A letter to the San Francisco coroner’s office, finds that their archives are, in fact, held by the San Francisco Public Library. The library archives were contacted and, finally, the Coroners Report for Hugh Crawford arrived. According to the Coroner’s Register, Record of Death, “The deceased resided with his wife at 970 Chestnut St. On the afternoon of May 30th, 1947 the deceased drank from a whiskey bottle which supposedly contained cleaning fluid, thinking it was Gin. Shortly after he drank the liquid, his wife came home and he complained of being ill. On 6-1947 she called Dr Vance Strange and he sent the deceased to St Francis Hospital where he was admitted at 8:30 pm 6-1-47 treated for cirrhosis of liver and died at 9:15 am 6-10-47. Deceased had supposedly been drinking all day May 30th, 1947.”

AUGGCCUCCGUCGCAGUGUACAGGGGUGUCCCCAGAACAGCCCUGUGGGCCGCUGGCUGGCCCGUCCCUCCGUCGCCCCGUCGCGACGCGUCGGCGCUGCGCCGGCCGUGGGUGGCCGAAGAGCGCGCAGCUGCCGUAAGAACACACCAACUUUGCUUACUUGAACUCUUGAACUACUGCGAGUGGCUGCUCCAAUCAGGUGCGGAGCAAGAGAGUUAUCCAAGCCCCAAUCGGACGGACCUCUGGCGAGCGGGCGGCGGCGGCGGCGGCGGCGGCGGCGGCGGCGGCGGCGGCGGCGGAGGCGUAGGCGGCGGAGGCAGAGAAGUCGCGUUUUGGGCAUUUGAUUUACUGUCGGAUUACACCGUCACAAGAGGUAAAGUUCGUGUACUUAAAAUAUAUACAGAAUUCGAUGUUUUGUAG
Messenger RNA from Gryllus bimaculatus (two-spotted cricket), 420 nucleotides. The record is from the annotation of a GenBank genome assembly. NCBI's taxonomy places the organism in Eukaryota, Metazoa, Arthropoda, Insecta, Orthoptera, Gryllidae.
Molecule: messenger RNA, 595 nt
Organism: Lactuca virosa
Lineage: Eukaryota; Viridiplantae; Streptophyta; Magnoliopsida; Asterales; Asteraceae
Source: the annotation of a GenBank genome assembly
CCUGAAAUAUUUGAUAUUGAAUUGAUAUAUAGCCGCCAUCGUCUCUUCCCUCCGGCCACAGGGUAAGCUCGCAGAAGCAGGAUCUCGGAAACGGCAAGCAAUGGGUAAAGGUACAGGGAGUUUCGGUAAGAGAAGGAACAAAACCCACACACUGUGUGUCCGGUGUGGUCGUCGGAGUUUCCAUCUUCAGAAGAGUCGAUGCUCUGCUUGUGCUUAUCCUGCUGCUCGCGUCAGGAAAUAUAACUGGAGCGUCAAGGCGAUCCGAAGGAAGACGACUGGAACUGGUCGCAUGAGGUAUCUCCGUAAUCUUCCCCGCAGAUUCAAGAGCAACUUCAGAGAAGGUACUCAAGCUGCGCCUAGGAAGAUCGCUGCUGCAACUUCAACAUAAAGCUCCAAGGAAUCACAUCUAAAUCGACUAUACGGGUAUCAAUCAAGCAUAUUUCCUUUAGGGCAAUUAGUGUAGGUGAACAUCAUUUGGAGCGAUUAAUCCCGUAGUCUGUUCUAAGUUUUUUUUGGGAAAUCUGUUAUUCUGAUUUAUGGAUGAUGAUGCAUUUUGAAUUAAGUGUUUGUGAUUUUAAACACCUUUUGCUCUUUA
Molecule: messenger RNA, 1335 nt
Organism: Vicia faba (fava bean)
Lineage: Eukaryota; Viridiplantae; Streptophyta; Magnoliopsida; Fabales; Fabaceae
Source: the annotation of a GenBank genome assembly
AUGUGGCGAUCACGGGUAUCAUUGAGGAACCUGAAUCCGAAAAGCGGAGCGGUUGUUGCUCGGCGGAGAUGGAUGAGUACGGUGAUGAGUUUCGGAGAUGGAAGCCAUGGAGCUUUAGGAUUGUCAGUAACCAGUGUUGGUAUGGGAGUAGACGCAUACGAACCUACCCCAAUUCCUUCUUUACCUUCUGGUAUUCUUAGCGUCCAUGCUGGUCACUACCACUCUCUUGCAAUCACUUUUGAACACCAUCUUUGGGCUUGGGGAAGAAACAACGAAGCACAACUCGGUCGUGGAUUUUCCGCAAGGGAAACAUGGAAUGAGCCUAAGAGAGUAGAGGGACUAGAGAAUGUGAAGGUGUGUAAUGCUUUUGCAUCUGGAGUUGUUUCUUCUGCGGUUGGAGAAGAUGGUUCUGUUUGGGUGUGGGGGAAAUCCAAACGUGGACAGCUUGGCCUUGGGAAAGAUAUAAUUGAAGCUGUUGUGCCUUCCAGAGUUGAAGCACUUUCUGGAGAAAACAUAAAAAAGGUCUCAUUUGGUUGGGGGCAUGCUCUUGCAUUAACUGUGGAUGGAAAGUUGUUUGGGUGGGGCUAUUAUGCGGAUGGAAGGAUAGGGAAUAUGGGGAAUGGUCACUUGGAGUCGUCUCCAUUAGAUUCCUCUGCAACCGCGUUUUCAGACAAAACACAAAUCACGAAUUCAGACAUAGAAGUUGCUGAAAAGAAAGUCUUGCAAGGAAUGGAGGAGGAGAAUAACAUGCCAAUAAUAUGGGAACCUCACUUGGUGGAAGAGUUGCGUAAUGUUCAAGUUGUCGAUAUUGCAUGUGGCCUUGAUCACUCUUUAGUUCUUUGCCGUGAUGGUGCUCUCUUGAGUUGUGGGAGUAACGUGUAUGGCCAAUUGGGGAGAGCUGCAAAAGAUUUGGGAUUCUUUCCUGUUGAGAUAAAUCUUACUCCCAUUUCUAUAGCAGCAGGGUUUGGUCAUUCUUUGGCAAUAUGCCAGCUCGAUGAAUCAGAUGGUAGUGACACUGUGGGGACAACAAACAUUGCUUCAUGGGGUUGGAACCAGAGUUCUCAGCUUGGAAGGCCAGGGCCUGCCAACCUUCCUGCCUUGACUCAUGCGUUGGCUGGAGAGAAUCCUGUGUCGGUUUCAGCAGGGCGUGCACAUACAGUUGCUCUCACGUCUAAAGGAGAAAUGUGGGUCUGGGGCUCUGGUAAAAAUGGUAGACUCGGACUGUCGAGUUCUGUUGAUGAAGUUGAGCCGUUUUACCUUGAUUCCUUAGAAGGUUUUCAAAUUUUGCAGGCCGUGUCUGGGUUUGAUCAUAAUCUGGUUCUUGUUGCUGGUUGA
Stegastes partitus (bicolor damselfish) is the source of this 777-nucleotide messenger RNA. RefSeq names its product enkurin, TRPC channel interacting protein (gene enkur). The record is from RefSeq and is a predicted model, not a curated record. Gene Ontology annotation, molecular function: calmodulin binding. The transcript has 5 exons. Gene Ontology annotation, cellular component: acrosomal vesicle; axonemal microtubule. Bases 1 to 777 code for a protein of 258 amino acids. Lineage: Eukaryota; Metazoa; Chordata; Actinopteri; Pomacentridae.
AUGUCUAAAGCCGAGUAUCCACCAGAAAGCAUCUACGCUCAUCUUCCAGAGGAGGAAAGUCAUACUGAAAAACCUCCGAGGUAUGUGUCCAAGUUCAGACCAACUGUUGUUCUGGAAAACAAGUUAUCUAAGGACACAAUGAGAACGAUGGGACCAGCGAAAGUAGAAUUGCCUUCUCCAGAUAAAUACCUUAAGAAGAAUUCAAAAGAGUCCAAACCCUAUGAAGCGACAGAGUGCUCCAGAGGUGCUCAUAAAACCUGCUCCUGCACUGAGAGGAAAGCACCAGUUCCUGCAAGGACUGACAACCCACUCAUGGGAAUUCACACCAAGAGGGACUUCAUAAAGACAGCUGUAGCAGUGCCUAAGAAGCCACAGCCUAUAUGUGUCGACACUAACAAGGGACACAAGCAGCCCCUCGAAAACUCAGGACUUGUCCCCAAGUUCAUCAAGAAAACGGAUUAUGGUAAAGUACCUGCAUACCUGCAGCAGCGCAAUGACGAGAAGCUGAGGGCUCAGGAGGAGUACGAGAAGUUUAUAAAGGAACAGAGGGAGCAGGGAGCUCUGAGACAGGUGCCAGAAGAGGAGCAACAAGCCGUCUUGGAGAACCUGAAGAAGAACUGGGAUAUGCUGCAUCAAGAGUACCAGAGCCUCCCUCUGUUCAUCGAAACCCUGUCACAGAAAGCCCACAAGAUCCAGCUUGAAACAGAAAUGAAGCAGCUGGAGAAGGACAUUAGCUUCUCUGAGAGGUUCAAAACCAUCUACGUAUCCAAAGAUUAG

The witnesses to the death are listed as “Jenny Crawford, wife”, “Dr V. Strange, attended” and “Officer G.F. Crofton, Northern Station.” The death is listed as a “supposed accident or suicide”, the nature of which is “Ingested Cleaning Fluid” Hugh is described as being 5’4” tall, 194 lbs with blue eyes and balding gray hair. Included on the Record of Death was the autopsy surgeon’s report. Hugh died at 9:15 in the morning of June 10th and his autopsy was conducted at 4:30 that same afternoon. The pathologist’s diagnosis, which is also the cause of death listed on the original death certificate, is: “acute toxic atrophy of the liver. Cloudy swelling of the liver and kidneys. Primary pulmonary infarction. Early pancreatitis.” The result of the inquest conducted on June 26th, 1947 is by jury verdict which states that “said death was accidental” The Necropsy Surgeon’s report to the Coroner was that the death was possibly the result of poisoning from the ingestion of cleaning fluid 10 days prior to the death.